A promising day for drama on day one. If the schedulers had to come up with a local line for a global tournament Andy and Emma would have been it. The young up and coming Brit with a Grand Slam to her name at the US Open last year and the gnarled old veteran, who has seen the best of his years behind, trying to fitfully eek out one more big performance on the greatest stage of all.
Murray and Raducanu, the old and the new, the 35-year-old Scott who finally saved hometown blushes, where Tim Henman failed, by winning the 2013 singles title for the first time in 77 years and Raducanu, still dealing with her sudden rise and hoping to become the first British woman to win all seven games for the first time since Virginia Wade in 1977.
As tradition demands, the defending men’s champion Novak Djokovic opens proceedings on Centre Court against Soonwoo Kwon, the latest Korean player to emerge on the tour with Raducanu taking on Belgian Alison van Uytvanck immediately after and Murray in against James Duckworth for the evening crowd.
It will mark the Toronto born 19-year-olds first time on Wimbledon’s biggest court. But since the first game of her opening match of the grass season in Nottingham, Raducanu suffered a side strain that forced her to retire and she has been trying to recover since.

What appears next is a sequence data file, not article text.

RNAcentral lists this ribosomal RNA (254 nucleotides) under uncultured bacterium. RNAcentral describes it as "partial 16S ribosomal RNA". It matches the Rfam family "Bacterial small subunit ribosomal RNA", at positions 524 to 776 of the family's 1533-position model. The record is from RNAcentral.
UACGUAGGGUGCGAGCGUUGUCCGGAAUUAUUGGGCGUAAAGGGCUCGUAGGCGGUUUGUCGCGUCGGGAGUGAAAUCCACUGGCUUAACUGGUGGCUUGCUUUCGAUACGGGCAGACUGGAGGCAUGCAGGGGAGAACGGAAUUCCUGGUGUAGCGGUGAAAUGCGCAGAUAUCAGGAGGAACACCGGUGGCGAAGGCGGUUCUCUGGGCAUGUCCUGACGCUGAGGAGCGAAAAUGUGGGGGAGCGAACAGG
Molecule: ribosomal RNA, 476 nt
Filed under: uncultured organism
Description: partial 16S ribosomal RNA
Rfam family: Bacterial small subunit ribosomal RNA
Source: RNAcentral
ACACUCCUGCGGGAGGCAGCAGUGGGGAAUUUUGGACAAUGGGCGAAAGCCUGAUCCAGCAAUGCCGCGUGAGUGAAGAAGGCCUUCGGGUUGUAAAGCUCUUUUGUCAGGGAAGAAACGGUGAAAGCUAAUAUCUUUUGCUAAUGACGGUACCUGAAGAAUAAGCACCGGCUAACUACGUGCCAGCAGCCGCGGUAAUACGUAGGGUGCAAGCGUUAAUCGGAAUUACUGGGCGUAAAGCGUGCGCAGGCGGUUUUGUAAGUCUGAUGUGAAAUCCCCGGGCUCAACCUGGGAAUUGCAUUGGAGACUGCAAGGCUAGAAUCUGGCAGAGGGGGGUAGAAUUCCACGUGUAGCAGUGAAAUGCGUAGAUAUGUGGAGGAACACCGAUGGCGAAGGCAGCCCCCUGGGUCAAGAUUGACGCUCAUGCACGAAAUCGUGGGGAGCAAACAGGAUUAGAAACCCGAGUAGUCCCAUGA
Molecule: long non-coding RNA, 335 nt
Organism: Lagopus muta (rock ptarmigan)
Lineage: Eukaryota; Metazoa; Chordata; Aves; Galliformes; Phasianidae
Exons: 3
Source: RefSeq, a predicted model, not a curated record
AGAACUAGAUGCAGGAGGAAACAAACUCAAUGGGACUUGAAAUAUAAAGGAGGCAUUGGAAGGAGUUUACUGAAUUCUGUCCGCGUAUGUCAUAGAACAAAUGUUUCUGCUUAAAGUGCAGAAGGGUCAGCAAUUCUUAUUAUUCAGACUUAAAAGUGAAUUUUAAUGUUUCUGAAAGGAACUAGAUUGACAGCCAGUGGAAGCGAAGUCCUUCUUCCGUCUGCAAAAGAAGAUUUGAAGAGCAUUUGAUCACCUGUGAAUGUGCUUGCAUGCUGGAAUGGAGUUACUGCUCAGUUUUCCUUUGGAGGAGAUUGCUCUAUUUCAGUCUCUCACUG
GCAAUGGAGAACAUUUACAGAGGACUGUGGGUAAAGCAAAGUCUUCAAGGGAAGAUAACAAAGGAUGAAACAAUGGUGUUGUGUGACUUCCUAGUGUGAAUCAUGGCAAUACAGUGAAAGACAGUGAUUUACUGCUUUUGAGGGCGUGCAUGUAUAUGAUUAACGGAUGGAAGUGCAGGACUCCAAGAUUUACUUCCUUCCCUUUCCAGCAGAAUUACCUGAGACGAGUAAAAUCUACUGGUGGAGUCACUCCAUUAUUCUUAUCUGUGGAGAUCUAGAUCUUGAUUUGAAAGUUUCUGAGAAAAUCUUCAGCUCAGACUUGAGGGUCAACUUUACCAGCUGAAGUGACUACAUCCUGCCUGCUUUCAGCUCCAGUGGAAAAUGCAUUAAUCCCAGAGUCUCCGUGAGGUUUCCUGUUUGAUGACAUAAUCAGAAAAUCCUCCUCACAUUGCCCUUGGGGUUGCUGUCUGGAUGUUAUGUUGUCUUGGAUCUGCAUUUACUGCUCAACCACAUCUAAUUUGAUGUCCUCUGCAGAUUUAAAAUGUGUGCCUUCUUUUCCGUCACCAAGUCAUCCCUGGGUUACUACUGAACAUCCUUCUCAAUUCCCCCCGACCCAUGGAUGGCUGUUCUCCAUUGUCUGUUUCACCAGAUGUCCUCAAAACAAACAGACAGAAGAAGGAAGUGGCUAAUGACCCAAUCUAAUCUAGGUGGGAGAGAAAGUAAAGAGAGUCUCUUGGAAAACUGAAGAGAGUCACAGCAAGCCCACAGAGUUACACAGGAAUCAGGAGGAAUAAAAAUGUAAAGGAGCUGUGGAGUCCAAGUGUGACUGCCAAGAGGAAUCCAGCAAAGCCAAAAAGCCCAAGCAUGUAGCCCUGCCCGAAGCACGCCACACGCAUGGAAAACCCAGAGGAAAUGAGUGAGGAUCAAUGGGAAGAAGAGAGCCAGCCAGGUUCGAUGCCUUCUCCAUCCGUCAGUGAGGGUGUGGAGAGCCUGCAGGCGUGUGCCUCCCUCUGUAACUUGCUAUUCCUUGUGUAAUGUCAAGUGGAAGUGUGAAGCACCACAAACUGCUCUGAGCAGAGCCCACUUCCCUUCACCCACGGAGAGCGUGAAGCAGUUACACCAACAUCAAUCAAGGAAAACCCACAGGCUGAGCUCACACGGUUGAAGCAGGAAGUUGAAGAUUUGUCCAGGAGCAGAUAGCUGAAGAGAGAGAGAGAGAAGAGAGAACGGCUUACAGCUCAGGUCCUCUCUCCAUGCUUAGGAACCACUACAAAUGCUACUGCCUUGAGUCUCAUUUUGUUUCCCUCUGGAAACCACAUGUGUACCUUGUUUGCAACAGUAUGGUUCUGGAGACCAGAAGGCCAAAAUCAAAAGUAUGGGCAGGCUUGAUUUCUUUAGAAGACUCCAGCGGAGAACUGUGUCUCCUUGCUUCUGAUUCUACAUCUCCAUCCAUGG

“Definitely there were moments earlier in the week when we weren’t sure,” she said. “We were sort of going to see how the week goes. But it went pretty well. And, yeah, now it’s full steam ahead. Everyone’s really looking forward to it. Yeah, we’re all ready.”
Murray, says he was turned down by a “lot of coaches” before reuniting for a third spell with Ivan Lendl in March. The partnership previously yielded all of his major wins - two Wimbledon titles, a US Open and two Olympic golds - before his long-running hip issues.
“We’ve had a lot of success in the past, we know each other well and he still believes in me,” said Murray of Lendl. “There’s not loads of coaches and people out there that have done over this last period. But he has.
“For the most part in my career, when I had conversations with potential coaches it came off most of the time. Whereas this time round, I got turned down by a lot of coaches so that was obviously difficult to deal with.”
Djokovic, on the hunt for his 21st Grand Slam, which would draw him level with Rafa Nadal, has typically rubbed against the grain before a ball has even been hit.
“About the US Open, you said there’s nothing you can do at this point. But you do still have time to get vaccinated before New York to make it in time... Is that something you’ve completely closed your mind to as an option going forward,” Djokovic was asked.
“Yes,” replied the reigning champion. It’s all kicking off.